With the MLB All-Star Game festivities starting today in Miami, the American League looks to continue their dominance. Their starting lineup is deadly.

There is no way to say it other than this: the American League has dominated the MLB All-Star game in the last two decades. Coming into 1997, the National League held a 40 to 26 edge over the AL. Plus, there was one tie.

That is when the AL took over. Since 1997, the AL won 16 games. And, again, another tie. The record now stand 43 to 42, with two ties, in the favor of the NL.

That could be 43 and 43 after this year’s matchup. The AL lineup is lethal. Cleveland Indian’s bench coach Brad Mills, who is serving in place of the ill Terry Francona, has a very difficult decision. How should the AL lineup look.

Glad you asked. Here is what I think:

  1. George Springer (.310/.380/.613; 27 HR, 61 RBI)
  2. Jose Altuve (.347/.417/.551; 13 HR 50 RBI)
  3. Aaron Judge (.329/.448/.691; 30 HR, 66 RBI)
  4. Justin Smoak (.294/.360/.575; 23 HR, 56 RBI)
  5. Salvador Perez (.290/.318/.532; 18 HR, 57 RBI)
  6. Jose Ramirez (.332/.388/.601, 17 HR, 48 RBI)
  7. Carlos Correa (.325/.402/.577; 20 HR, 65 RBI)
  8. Mookie Betts (.272/.351/.486; 13 HR, 43 RBI)
  9. Corey Dickerson (.312/.355/.548; 17 HR, 42 RBI)

That is a strong lineup, but with a few issues. Between Springer, Betts and Dickerson, the lineup features three leadoff hitters on their regular teams. Complicating that is that Judge, Correa, Ramirez, and Smoak are all middle of the order batters. Then, Perez only bats fifth for the Kansas City Royals. Dividing those players into a potent lineup is difficult.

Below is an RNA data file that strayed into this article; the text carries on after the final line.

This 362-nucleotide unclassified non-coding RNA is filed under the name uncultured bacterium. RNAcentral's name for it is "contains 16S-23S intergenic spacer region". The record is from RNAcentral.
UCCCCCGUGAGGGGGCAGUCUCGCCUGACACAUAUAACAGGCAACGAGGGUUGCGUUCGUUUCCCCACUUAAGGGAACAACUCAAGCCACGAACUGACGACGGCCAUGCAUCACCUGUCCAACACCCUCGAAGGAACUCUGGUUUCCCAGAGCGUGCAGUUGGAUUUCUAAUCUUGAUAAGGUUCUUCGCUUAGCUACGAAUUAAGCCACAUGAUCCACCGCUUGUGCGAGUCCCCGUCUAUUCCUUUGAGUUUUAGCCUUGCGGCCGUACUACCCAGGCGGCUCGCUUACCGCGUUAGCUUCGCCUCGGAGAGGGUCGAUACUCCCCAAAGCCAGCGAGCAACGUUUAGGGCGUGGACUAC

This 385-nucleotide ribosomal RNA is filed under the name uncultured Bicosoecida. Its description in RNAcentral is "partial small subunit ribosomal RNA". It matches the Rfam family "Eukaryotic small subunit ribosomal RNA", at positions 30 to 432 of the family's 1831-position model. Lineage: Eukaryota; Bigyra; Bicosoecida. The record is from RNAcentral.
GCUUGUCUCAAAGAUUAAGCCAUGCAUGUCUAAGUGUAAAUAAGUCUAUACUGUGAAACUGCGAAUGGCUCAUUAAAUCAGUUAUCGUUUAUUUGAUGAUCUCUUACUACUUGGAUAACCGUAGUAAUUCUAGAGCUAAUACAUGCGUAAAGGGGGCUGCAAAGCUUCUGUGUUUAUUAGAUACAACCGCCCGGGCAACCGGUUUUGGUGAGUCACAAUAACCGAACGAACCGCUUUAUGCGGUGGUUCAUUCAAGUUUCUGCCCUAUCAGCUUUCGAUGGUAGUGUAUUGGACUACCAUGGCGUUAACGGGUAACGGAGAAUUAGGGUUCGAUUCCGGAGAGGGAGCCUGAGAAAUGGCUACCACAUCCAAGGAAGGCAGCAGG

Springer and Altuve have chemistry as they are the top of the Houston Astros’ order. Judge is holding court in the third spot and earns the right to bat in the first inning. That should draw in the Yankee viewers for a while.

Smoak is having a breakout year, as is Ramirez.  Both are commonly fifth and sixth for their teams, and fit nicely there for the AL. Correa is the odd man out, but that will be no problem for him. He brings his glove and lunch to every game and just plays.

The order resets with Betts and Dickerson on the end, letting Springer’s power prove potent.

The NL had best be ready to play defense.



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